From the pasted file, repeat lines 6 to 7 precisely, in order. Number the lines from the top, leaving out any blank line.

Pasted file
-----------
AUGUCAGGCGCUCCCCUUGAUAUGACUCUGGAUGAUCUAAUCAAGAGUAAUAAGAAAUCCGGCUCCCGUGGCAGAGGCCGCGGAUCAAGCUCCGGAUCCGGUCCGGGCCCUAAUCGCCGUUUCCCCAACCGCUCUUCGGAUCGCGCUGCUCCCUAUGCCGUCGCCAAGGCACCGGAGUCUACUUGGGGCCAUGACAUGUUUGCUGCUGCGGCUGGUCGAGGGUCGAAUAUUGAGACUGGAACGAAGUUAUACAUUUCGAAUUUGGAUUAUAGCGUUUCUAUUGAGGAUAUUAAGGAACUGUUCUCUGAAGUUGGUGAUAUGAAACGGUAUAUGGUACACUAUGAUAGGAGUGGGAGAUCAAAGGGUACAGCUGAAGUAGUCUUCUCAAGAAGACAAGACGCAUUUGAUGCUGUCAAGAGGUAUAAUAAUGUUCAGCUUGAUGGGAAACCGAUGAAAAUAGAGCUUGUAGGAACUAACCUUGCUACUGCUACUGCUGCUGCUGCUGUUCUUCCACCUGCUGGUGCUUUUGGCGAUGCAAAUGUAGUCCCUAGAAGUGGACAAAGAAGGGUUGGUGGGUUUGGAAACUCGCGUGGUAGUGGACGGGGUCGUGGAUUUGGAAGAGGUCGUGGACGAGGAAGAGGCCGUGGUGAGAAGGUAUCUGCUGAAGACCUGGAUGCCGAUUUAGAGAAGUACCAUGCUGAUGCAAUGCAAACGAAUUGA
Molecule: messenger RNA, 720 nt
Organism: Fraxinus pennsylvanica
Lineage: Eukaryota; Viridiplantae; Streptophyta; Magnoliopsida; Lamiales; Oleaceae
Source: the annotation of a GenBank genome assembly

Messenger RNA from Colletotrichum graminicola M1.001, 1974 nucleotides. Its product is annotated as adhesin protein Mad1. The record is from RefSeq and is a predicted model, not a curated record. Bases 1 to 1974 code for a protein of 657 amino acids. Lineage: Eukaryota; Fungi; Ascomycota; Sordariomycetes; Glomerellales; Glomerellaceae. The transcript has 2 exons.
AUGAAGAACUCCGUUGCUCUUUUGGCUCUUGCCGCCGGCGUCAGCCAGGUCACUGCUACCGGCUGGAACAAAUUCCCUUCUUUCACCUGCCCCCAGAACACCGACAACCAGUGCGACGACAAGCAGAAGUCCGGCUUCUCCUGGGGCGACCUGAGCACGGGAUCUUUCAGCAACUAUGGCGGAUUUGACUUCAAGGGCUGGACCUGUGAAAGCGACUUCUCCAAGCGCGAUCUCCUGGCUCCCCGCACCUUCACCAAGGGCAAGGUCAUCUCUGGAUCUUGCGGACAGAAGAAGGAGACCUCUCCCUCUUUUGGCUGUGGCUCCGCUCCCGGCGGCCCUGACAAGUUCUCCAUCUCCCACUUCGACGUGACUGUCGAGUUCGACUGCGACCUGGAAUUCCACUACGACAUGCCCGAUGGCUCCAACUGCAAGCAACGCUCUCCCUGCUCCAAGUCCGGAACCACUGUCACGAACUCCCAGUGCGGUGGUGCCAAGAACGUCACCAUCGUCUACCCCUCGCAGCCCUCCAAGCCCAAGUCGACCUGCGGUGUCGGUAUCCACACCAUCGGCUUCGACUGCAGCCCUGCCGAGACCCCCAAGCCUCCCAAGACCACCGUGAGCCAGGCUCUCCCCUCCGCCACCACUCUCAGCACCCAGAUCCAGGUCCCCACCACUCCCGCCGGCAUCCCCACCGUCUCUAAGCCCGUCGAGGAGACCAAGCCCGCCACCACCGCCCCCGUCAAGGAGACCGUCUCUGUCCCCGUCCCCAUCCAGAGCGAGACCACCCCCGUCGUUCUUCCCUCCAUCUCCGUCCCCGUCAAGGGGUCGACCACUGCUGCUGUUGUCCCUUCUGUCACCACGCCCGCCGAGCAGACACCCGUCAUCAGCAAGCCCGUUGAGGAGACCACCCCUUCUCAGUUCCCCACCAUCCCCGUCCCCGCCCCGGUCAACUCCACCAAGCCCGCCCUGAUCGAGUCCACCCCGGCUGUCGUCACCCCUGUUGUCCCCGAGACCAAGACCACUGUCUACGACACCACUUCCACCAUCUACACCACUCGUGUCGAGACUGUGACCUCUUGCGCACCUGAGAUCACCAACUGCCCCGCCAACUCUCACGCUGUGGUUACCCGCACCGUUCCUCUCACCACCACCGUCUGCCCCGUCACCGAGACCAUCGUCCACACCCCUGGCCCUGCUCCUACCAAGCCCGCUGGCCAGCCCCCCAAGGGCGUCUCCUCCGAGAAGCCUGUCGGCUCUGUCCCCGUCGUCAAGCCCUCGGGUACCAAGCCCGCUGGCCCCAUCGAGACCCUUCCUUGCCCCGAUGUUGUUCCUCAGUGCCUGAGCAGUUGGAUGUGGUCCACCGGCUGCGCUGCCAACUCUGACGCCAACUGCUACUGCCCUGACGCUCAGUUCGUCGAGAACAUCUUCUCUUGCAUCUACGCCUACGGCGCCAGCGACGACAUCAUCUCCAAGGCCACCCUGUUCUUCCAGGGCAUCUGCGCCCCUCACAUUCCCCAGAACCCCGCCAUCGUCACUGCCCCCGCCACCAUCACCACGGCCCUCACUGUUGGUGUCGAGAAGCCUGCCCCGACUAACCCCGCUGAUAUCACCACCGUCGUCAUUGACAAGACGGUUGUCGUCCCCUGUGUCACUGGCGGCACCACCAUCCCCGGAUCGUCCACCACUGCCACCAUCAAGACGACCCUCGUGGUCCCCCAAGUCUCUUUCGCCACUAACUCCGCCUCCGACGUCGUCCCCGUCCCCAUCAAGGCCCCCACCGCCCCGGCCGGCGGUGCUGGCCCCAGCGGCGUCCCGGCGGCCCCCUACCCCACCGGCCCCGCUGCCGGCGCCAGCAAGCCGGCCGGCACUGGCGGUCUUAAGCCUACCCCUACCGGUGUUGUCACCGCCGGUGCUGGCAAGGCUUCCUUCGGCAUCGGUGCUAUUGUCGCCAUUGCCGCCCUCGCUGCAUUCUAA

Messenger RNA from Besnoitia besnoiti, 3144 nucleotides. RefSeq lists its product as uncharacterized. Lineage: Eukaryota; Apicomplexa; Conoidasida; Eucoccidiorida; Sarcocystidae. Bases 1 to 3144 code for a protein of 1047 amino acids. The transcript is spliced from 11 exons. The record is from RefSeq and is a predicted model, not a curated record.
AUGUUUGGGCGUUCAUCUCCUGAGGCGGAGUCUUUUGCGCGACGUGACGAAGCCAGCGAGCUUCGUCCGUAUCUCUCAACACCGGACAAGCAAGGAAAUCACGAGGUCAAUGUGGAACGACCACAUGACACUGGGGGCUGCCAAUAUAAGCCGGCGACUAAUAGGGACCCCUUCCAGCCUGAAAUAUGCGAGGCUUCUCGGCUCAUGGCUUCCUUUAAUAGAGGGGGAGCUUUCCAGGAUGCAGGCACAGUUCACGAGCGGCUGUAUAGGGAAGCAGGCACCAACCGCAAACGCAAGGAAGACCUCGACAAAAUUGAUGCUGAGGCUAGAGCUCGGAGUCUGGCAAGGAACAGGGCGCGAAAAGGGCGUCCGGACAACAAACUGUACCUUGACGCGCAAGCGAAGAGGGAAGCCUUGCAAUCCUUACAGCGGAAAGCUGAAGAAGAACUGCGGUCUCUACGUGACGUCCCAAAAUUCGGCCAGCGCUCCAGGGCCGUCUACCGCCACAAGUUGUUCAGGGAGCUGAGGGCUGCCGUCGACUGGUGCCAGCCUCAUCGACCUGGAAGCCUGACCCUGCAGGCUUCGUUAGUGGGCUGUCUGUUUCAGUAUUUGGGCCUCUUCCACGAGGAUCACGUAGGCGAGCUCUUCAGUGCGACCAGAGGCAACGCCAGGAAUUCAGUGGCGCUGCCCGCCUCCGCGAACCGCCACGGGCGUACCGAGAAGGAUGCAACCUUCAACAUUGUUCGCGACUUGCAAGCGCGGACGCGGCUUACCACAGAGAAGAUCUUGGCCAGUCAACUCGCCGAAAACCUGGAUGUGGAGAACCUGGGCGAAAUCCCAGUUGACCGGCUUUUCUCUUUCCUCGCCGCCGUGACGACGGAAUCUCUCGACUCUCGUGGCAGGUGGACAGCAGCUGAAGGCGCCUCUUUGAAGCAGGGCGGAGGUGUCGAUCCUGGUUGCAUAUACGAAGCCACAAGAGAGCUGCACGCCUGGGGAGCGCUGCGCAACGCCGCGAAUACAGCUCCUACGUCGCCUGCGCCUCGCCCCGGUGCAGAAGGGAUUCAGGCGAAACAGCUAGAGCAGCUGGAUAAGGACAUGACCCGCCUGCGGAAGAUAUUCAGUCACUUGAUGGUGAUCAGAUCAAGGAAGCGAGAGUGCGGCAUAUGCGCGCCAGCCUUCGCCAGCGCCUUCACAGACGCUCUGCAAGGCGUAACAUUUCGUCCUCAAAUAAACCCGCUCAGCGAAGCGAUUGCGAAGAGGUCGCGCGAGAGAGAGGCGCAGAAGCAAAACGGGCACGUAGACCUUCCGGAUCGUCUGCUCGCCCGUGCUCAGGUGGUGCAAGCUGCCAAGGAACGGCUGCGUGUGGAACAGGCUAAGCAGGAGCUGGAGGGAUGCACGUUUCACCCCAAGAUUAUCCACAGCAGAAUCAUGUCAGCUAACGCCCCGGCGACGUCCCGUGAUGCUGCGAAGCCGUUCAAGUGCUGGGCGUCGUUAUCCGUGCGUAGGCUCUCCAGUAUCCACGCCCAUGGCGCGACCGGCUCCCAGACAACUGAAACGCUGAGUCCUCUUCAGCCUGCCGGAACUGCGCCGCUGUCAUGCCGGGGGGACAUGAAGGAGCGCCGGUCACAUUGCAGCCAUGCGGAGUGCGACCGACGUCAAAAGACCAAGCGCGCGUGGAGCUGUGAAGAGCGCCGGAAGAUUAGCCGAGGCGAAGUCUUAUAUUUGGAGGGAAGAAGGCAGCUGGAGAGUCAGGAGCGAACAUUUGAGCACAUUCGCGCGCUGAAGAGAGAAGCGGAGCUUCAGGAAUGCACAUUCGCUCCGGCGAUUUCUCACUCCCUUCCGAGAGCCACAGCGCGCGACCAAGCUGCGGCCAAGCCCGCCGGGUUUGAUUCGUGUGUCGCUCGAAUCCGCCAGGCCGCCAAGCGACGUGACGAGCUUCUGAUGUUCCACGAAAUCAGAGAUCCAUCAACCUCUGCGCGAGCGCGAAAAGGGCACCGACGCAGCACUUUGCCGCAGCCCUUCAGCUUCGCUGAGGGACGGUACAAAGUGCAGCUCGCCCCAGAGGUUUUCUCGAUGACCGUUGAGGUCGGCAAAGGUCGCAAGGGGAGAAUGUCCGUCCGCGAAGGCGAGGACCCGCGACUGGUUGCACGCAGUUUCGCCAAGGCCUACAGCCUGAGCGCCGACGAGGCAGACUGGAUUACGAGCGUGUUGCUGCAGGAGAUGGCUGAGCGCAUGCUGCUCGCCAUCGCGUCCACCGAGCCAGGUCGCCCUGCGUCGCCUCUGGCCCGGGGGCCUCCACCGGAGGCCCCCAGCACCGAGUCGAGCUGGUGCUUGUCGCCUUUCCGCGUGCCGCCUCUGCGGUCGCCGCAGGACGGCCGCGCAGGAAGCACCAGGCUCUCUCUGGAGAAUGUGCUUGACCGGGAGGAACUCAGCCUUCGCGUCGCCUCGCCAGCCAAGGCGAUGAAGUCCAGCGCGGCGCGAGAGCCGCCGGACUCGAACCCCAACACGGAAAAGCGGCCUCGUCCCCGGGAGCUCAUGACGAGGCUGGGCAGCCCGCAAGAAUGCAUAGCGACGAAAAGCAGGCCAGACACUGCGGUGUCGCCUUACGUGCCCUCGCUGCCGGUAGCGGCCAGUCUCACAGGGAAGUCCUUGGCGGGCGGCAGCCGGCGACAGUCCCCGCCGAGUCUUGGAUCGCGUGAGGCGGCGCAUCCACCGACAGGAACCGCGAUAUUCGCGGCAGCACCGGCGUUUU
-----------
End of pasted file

Messenger RNA from Colletotrichum graminicola M1.001, 1974 nucleotides. Its product is annotated as adhesin protein Mad1. The record is from RefSeq and is a predicted model, not a curated record. Bases 1 to 1974 code for a protein of 657 amino acids. Lineage: Eukaryota; Fungi; Ascomycota; Sordariomycetes; Glomerellales; Glomerellaceae. The transcript has 2 exons.
AUGAAGAACUCCGUUGCUCUUUUGGCUCUUGCCGCCGGCGUCAGCCAGGUCACUGCUACCGGCUGGAACAAAUUCCCUUCUUUCACCUGCCCCCAGAACACCGACAACCAGUGCGACGACAAGCAGAAGUCCGGCUUCUCCUGGGGCGACCUGAGCACGGGAUCUUUCAGCAACUAUGGCGGAUUUGACUUCAAGGGCUGGACCUGUGAAAGCGACUUCUCCAAGCGCGAUCUCCUGGCUCCCCGCACCUUCACCAAGGGCAAGGUCAUCUCUGGAUCUUGCGGACAGAAGAAGGAGACCUCUCCCUCUUUUGGCUGUGGCUCCGCUCCCGGCGGCCCUGACAAGUUCUCCAUCUCCCACUUCGACGUGACUGUCGAGUUCGACUGCGACCUGGAAUUCCACUACGACAUGCCCGAUGGCUCCAACUGCAAGCAACGCUCUCCCUGCUCCAAGUCCGGAACCACUGUCACGAACUCCCAGUGCGGUGGUGCCAAGAACGUCACCAUCGUCUACCCCUCGCAGCCCUCCAAGCCCAAGUCGACCUGCGGUGUCGGUAUCCACACCAUCGGCUUCGACUGCAGCCCUGCCGAGACCCCCAAGCCUCCCAAGACCACCGUGAGCCAGGCUCUCCCCUCCGCCACCACUCUCAGCACCCAGAUCCAGGUCCCCACCACUCCCGCCGGCAUCCCCACCGUCUCUAAGCCCGUCGAGGAGACCAAGCCCGCCACCACCGCCCCCGUCAAGGAGACCGUCUCUGUCCCCGUCCCCAUCCAGAGCGAGACCACCCCCGUCGUUCUUCCCUCCAUCUCCGUCCCCGUCAAGGGGUCGACCACUGCUGCUGUUGUCCCUUCUGUCACCACGCCCGCCGAGCAGACACCCGUCAUCAGCAAGCCCGUUGAGGAGACCACCCCUUCUCAGUUCCCCACCAUCCCCGUCCCCGCCCCGGUCAACUCCACCAAGCCCGCCCUGAUCGAGUCCACCCCGGCUGUCGUCACCCCUGUUGUCCCCGAGACCAAGACCACUGUCUACGACACCACUUCCACCAUCUACACCACUCGUGUCGAGACUGUGACCUCUUGCGCACCUGAGAUCACCAACUGCCCCGCCAACUCUCACGCUGUGGUUACCCGCACCGUUCCUCUCACCACCACCGUCUGCCCCGUCACCGAGACCAUCGUCCACACCCCUGGCCCUGCUCCUACCAAGCCCGCUGGCCAGCCCCCCAAGGGCGUCUCCUCCGAGAAGCCUGUCGGCUCUGUCCCCGUCGUCAAGCCCUCGGGUACCAAGCCCGCUGGCCCCAUCGAGACCCUUCCUUGCCCCGAUGUUGUUCCUCAGUGCCUGAGCAGUUGGAUGUGGUCCACCGGCUGCGCUGCCAACUCUGACGCCAACUGCUACUGCCCUGACGCUCAGUUCGUCGAGAACAUCUUCUCUUGCAUCUACGCCUACGGCGCCAGCGACGACAUCAUCUCCAAGGCCACCCUGUUCUUCCAGGGCAUCUGCGCCCCUCACAUUCCCCAGAACCCCGCCAUCGUCACUGCCCCCGCCACCAUCACCACGGCCCUCACUGUUGGUGUCGAGAAGCCUGCCCCGACUAACCCCGCUGAUAUCACCACCGUCGUCAUUGACAAGACGGUUGUCGUCCCCUGUGUCACUGGCGGCACCACCAUCCCCGGAUCGUCCACCACUGCCACCAUCAAGACGACCCUCGUGGUCCCCCAAGUCUCUUUCGCCACUAACUCCGCCUCCGACGUCGUCCCCGUCCCCAUCAAGGCCCCCACCGCCCCGGCCGGCGGUGCUGGCCCCAGCGGCGUCCCGGCGGCCCCCUACCCCACCGGCCCCGCUGCCGGCGCCAGCAAGCCGGCCGGCACUGGCGGUCUUAAGCCUACCCCUACCGGUGUUGUCACCGCCGGUGCUGGCAAGGCUUCCUUCGGCAUCGGUGCUAUUGUCGCCAUUGCCGCCCUCGCUGCAUUCUAA